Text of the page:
We at the Lompoc Theatre Project are beyond thrilled to announce — via social media, and at a news conference we just held— that we now own the deed to the historic Lompoc Theatre, built in 1927.
Santa Barbara County Superior Court Judge Jed Beebe cleared the path Monday, Jan. 25, for the Theatre Project to take ownership of the theater when he granted the nonprofit’s petition to foreclose on the previous owner, Lompoc Housing and Community Development Corporation (LHCDC).
“We are excited that at long last, we finally own this theater. We cannot wait to get started on its restoration,” said Mark Herrier, president of the board of directors for the Lompoc Theatre Project (LTP).
“But even though it feels like we have finally reached the finish line, we are in fact just getting started,” he said.
Herrier said the restoration will take about two years, but said it is possible to re-open the theater doors by the end of its 90th anniversary year in late 2017 if donors, residents and businesses step up quickly with their support.
“Whether it is sweat equity, dollars, donations of equipment, it doesn’t matter, we need your help. This is the Lompoc community’s last — and best — chance to make this theater a reality,” Herrier said. “We need the community to step forward physically, emotionally and financially.”
In December 2014, the nonprofit announced a restoration plan that included conceptual renderings provided by professional theater designers commissioned by the nonprofit. Among the new amenities in the estimated $6 million restoration are an expanded lobby, meeting room, rehearsal space and dressing rooms for performing artists, an outdoor courtyard and disability access.
Among the types of programming planned for the restored theater are live musical concerts of various genres, dance performances, movies, matinees, educational lectures and more.
“Art elevates everyone. And the youth of this town especially have been starved for a venue like this for far too long,” Herrier said.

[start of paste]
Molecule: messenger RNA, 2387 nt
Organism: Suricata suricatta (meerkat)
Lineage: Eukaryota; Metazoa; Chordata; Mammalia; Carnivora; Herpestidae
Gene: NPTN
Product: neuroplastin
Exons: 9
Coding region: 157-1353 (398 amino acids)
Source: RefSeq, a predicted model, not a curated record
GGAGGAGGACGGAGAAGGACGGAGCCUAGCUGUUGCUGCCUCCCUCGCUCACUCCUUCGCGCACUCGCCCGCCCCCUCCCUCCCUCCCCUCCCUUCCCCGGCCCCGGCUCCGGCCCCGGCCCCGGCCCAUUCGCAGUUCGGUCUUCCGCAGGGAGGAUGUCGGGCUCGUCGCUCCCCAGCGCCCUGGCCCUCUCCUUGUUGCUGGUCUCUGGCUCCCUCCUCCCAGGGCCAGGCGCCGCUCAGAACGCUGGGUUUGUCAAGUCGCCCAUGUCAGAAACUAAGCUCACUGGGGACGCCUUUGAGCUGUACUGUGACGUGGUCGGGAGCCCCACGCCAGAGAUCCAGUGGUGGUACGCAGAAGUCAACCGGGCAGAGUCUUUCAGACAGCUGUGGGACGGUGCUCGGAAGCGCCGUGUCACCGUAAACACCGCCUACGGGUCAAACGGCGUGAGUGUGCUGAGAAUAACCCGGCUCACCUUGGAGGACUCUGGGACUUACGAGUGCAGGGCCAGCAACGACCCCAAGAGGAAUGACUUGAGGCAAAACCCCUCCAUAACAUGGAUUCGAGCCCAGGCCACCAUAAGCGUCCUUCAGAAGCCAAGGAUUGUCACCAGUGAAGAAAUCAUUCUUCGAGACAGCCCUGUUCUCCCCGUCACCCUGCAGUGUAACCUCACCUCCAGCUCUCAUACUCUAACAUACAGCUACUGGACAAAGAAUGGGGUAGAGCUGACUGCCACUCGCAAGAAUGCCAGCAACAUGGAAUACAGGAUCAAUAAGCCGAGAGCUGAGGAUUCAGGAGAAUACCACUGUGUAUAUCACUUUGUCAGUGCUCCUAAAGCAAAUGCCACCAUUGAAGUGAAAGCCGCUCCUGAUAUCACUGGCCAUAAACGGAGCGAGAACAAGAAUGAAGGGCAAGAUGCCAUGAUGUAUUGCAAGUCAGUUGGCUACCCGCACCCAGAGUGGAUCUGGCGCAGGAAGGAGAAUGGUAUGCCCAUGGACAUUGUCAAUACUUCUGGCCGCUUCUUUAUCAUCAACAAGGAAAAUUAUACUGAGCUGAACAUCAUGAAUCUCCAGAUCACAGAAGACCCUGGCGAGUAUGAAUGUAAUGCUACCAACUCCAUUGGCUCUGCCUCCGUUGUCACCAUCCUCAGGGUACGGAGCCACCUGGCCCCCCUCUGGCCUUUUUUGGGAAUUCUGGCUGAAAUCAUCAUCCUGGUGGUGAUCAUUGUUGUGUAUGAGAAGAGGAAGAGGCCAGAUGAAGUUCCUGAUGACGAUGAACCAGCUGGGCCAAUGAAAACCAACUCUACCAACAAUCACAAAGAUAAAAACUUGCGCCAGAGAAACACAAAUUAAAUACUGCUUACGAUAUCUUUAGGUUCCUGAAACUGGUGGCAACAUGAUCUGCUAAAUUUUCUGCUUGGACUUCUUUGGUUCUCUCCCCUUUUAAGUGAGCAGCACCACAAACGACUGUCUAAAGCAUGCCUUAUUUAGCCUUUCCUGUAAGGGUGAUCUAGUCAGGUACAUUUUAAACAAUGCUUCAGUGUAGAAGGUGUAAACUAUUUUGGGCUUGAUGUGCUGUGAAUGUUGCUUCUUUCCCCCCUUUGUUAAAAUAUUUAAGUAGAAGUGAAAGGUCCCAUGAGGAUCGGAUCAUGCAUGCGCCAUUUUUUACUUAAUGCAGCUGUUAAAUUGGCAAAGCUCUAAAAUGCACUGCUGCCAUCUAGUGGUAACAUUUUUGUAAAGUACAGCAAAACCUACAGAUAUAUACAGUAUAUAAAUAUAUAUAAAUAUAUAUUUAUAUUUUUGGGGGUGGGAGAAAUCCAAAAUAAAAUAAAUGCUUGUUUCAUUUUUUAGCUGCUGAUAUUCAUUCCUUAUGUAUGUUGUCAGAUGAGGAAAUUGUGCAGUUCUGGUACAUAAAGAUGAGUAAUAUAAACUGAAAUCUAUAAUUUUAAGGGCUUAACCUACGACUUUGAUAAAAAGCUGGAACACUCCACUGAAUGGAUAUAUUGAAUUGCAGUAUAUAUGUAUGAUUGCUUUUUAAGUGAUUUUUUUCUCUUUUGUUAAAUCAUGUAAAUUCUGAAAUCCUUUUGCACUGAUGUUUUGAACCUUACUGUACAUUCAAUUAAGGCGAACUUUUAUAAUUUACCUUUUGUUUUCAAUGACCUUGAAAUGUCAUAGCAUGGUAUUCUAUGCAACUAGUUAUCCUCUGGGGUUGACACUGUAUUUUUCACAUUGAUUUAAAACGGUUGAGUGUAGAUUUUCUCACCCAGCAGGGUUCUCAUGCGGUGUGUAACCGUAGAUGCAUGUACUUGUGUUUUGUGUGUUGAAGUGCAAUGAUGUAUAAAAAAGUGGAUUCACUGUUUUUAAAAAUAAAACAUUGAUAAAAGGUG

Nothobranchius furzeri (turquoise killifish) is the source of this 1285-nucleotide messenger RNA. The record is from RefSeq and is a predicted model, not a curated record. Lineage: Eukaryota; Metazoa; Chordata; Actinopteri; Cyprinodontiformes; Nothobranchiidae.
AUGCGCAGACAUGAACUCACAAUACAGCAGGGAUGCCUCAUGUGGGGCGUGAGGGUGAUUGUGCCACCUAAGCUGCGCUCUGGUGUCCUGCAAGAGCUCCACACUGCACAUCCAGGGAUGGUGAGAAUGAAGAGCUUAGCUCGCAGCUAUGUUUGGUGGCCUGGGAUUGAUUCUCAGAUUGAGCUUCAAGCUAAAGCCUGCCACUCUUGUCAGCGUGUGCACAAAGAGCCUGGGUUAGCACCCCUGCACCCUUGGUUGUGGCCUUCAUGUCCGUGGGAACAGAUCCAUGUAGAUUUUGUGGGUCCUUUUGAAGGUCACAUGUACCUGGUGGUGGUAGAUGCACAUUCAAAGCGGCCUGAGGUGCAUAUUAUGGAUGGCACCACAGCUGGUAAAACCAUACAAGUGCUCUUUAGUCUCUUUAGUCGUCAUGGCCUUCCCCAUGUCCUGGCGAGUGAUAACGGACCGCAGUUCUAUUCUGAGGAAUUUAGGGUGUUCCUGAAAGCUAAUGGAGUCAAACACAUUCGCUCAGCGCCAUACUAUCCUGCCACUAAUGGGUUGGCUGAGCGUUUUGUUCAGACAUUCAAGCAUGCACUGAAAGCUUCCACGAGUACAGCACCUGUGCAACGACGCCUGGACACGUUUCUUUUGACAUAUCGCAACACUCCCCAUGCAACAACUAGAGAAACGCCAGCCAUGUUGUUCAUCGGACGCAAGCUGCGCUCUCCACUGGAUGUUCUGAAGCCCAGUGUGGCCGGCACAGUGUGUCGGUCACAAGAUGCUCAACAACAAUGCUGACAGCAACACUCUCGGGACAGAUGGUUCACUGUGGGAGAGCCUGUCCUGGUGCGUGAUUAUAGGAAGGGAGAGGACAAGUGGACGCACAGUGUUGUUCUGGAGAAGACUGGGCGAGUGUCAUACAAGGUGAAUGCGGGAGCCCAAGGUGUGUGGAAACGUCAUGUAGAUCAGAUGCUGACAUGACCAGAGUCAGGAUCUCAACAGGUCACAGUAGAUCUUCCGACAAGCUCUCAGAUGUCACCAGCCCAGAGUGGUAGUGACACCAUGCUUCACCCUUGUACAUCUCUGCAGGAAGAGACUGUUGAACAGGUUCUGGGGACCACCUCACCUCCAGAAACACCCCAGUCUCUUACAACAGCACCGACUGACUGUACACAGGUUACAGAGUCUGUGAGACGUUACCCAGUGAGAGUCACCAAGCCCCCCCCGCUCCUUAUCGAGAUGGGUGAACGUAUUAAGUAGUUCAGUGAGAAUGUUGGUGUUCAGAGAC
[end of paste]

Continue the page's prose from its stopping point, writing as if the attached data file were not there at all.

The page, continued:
“The youth of Lompoc will be exposed to world class artists that will literally change their lives,” he said. “Their experience watching and interacting with these performers will inspire a whole new world of possibilities they might never have considered before.”
The nonprofit also plans to offer the theater and adjoining spaces for special events, weddings and private parties.
“We will be able to provide our community a unique setting for all kinds of events, celebrations and joyous occasions,” Herrier said.
The foreclosure is the last step of a lengthy process that began more than three years ago to transfer ownership of the theater property and adjacent parking lot from LHCDC to the Theatre Project. The transfer of the deed was complicated by three outstanding liens from public and private loans given to LHCDC to acquire the property. LHCDC leased the property from the original owners, the Calvert family, in 2003 and finalized the sale in 2006, but was never able to begin restoration of the long-vacant theater.
The nonprofit purchased the largest deed on the property — a $700,000 deed held by the former Lompoc Redevelopment Agency — in October for the sum of $1. LTP has agreed to pay five years of unpaid property taxes back to 2011 — reduced to about $60,000 after the nonprofit successfully appealed the county’s assessed value of the property.
The Lompoc Theatre Project was incorporated as a public benefit nonprofit in October 2012 and has a nine-member board of directors.